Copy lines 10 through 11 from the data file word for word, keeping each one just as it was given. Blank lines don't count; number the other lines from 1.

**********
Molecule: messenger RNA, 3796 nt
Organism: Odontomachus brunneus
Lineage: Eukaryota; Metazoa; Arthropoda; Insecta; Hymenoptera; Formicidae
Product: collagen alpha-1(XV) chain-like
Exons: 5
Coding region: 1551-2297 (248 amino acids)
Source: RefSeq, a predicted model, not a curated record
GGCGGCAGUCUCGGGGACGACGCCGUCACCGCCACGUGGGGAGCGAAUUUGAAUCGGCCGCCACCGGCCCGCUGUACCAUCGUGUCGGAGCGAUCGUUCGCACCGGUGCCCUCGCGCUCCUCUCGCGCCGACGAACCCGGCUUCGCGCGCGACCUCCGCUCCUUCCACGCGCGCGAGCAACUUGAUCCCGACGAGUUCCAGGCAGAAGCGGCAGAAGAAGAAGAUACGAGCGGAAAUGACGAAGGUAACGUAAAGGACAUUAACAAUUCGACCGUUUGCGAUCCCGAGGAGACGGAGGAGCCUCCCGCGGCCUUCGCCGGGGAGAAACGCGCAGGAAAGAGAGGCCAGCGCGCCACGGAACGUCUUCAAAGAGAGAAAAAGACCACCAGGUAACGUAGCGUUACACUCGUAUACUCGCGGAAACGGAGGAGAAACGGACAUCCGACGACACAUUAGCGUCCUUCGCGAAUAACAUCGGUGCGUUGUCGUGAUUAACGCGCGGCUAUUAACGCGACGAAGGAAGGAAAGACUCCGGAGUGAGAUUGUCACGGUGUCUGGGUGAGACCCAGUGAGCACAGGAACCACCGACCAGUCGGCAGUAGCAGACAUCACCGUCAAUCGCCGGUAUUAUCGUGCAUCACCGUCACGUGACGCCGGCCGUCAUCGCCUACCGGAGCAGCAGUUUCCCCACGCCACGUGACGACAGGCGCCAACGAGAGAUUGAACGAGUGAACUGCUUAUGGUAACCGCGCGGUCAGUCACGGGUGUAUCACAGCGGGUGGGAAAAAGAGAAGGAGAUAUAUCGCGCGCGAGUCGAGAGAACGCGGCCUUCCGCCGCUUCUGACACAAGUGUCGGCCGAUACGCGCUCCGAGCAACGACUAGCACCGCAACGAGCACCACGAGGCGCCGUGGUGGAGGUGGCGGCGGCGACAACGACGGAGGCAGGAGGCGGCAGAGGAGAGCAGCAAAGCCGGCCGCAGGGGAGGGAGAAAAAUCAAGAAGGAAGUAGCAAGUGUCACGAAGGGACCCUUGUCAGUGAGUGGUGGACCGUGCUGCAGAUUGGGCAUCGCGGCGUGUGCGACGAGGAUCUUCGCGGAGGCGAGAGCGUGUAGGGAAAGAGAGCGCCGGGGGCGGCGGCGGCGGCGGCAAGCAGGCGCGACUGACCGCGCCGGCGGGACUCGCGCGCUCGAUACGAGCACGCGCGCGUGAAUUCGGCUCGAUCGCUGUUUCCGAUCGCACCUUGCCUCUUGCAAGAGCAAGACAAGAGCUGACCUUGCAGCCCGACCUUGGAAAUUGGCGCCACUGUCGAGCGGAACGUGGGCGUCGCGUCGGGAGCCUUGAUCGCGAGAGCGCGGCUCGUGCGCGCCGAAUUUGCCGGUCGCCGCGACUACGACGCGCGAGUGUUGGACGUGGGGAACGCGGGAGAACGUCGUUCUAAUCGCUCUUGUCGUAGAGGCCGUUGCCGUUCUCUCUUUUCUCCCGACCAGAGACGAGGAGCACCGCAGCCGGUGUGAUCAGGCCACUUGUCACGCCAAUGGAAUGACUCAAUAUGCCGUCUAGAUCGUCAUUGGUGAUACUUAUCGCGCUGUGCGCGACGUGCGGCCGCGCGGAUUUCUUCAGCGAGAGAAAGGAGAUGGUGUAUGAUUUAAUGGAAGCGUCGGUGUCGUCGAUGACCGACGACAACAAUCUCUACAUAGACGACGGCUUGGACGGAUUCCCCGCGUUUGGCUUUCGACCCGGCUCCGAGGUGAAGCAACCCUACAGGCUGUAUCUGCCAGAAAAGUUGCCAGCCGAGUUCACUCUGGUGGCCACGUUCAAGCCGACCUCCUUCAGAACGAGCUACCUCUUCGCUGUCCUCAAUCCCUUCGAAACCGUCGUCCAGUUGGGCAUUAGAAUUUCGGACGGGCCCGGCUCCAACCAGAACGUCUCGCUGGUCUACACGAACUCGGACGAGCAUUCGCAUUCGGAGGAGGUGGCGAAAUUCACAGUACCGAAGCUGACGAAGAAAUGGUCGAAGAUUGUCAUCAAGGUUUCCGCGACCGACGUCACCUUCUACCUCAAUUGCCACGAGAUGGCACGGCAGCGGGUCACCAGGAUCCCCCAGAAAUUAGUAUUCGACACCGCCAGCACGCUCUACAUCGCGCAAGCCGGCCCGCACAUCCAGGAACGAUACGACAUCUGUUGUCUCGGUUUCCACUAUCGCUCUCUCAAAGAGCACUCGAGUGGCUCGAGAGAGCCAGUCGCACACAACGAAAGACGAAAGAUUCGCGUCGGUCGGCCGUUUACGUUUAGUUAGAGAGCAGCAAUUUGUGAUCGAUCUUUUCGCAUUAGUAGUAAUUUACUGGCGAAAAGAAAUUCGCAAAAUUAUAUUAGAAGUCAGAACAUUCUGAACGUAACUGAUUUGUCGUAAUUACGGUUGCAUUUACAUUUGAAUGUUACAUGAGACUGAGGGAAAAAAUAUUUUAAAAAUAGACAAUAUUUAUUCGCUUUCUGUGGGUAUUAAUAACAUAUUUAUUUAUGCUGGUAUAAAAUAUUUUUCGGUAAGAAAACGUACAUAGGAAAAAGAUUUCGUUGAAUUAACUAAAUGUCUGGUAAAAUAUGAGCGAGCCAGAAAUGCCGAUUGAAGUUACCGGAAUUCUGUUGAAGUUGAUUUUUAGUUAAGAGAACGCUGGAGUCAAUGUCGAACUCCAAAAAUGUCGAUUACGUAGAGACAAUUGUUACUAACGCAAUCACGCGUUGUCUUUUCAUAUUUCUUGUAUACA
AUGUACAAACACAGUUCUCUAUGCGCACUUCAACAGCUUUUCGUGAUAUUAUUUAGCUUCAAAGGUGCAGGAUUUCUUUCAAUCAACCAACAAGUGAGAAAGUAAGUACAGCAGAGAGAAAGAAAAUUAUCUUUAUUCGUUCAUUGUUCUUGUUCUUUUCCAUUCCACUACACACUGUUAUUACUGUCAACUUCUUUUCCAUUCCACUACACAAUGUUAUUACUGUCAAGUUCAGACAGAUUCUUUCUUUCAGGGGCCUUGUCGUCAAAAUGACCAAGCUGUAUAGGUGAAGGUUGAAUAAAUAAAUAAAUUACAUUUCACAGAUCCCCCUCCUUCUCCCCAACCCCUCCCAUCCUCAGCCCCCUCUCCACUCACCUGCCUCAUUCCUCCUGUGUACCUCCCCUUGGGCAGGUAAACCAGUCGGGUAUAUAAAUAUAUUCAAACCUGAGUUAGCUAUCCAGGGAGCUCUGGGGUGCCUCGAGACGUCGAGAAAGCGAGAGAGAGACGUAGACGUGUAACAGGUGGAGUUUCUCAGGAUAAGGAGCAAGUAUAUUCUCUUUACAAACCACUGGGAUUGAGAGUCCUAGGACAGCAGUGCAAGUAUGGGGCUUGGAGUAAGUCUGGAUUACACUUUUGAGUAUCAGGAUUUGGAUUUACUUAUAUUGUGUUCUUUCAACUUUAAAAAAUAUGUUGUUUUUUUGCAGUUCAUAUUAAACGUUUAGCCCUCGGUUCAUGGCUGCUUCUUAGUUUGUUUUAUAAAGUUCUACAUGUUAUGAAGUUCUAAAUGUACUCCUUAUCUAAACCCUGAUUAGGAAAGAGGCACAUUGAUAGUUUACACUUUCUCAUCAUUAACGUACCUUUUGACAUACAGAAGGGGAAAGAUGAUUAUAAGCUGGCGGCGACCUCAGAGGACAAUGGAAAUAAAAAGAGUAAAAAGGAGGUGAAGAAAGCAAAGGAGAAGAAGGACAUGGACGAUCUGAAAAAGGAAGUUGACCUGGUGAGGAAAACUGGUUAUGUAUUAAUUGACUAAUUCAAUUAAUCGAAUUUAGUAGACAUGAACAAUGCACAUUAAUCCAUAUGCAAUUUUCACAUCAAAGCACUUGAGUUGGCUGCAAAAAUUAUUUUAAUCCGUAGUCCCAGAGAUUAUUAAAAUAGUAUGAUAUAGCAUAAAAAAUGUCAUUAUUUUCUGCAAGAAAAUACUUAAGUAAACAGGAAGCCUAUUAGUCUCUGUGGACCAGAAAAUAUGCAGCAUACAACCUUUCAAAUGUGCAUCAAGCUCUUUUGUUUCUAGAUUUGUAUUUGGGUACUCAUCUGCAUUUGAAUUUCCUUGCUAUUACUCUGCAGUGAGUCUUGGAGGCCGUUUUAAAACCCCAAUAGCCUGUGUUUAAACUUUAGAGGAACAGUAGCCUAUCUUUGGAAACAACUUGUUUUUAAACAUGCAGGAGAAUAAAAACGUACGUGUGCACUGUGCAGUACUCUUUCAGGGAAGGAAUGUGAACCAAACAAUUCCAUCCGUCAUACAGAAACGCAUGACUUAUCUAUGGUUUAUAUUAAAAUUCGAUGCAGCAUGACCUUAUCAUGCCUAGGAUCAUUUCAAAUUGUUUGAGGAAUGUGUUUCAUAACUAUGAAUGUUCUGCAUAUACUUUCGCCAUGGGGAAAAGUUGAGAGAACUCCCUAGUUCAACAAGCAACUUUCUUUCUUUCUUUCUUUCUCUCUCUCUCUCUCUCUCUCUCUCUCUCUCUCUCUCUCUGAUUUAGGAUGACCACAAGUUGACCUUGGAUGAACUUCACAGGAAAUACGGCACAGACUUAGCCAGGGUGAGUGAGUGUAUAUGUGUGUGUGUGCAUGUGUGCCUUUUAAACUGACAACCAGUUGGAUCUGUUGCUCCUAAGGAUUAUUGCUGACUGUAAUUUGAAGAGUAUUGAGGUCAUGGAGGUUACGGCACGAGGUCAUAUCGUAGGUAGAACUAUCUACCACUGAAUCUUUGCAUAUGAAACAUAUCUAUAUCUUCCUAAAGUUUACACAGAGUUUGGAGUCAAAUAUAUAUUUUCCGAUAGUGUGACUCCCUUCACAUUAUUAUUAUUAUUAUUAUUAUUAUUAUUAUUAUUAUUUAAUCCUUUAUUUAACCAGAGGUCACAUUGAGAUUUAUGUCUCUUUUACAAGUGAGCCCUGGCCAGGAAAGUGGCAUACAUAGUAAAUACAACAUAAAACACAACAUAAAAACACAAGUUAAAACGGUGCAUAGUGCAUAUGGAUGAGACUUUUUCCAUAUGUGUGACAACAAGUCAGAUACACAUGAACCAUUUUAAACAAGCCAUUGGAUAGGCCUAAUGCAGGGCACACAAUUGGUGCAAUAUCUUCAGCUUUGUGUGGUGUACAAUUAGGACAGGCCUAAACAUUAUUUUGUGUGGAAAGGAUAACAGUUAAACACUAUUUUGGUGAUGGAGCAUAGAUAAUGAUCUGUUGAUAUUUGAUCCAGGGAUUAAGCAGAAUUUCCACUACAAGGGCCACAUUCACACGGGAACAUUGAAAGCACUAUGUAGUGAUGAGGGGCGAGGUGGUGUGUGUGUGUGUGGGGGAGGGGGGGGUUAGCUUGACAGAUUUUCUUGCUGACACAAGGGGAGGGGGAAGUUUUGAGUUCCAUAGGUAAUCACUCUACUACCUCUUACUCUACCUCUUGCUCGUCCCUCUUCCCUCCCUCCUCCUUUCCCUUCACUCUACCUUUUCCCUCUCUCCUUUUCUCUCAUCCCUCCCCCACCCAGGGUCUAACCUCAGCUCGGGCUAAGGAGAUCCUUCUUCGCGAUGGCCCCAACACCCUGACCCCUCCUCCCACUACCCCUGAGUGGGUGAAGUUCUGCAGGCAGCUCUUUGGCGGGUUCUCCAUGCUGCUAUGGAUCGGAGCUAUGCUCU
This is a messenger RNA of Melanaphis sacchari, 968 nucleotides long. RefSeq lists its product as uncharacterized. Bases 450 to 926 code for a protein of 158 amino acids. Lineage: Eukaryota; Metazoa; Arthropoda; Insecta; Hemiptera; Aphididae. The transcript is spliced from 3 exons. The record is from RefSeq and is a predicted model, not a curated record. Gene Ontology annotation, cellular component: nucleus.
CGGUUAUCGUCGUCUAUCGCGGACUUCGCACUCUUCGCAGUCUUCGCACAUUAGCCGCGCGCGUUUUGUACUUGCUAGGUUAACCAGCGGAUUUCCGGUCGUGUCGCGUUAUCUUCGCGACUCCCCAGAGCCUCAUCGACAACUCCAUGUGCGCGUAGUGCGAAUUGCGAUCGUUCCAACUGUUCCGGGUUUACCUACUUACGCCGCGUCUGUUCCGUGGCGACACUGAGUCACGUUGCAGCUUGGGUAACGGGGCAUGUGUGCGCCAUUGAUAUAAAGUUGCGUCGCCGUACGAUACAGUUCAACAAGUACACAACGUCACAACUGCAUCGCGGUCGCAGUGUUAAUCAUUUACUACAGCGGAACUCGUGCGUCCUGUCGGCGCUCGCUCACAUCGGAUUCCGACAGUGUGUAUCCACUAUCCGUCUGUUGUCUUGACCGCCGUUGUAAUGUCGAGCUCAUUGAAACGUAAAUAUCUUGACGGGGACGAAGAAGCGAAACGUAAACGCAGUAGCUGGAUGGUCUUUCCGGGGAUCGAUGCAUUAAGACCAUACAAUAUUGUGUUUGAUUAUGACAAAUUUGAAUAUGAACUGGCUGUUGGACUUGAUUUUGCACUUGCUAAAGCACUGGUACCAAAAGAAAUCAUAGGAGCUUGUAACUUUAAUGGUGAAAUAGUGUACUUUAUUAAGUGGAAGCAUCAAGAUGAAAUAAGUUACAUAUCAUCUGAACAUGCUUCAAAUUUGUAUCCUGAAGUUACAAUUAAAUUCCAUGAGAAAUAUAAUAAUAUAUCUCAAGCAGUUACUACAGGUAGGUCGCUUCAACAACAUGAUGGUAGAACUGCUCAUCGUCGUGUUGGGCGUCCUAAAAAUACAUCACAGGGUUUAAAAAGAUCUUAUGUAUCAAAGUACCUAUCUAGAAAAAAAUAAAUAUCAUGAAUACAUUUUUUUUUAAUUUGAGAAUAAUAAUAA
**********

This is a messenger RNA of Melanaphis sacchari, 968 nucleotides long. RefSeq lists its product as uncharacterized. Bases 450 to 926 code for a protein of 158 amino acids. Lineage: Eukaryota; Metazoa; Arthropoda; Insecta; Hemiptera; Aphididae. The transcript is spliced from 3 exons. The record is from RefSeq and is a predicted model, not a curated record. Gene Ontology annotation, cellular component: nucleus.
CGGUUAUCGUCGUCUAUCGCGGACUUCGCACUCUUCGCAGUCUUCGCACAUUAGCCGCGCGCGUUUUGUACUUGCUAGGUUAACCAGCGGAUUUCCGGUCGUGUCGCGUUAUCUUCGCGACUCCCCAGAGCCUCAUCGACAACUCCAUGUGCGCGUAGUGCGAAUUGCGAUCGUUCCAACUGUUCCGGGUUUACCUACUUACGCCGCGUCUGUUCCGUGGCGACACUGAGUCACGUUGCAGCUUGGGUAACGGGGCAUGUGUGCGCCAUUGAUAUAAAGUUGCGUCGCCGUACGAUACAGUUCAACAAGUACACAACGUCACAACUGCAUCGCGGUCGCAGUGUUAAUCAUUUACUACAGCGGAACUCGUGCGUCCUGUCGGCGCUCGCUCACAUCGGAUUCCGACAGUGUGUAUCCACUAUCCGUCUGUUGUCUUGACCGCCGUUGUAAUGUCGAGCUCAUUGAAACGUAAAUAUCUUGACGGGGACGAAGAAGCGAAACGUAAACGCAGUAGCUGGAUGGUCUUUCCGGGGAUCGAUGCAUUAAGACCAUACAAUAUUGUGUUUGAUUAUGACAAAUUUGAAUAUGAACUGGCUGUUGGACUUGAUUUUGCACUUGCUAAAGCACUGGUACCAAAAGAAAUCAUAGGAGCUUGUAACUUUAAUGGUGAAAUAGUGUACUUUAUUAAGUGGAAGCAUCAAGAUGAAAUAAGUUACAUAUCAUCUGAACAUGCUUCAAAUUUGUAUCCUGAAGUUACAAUUAAAUUCCAUGAGAAAUAUAAUAAUAUAUCUCAAGCAGUUACUACAGGUAGGUCGCUUCAACAACAUGAUGGUAGAACUGCUCAUCGUCGUGUUGGGCGUCCUAAAAAUACAUCACAGGGUUUAAAAAGAUCUUAUGUAUCAAAGUACCUAUCUAGAAAAAAAUAAAUAUCAUGAAUACAUUUUUUUUUAAUUUGAGAAUAAUAAUAA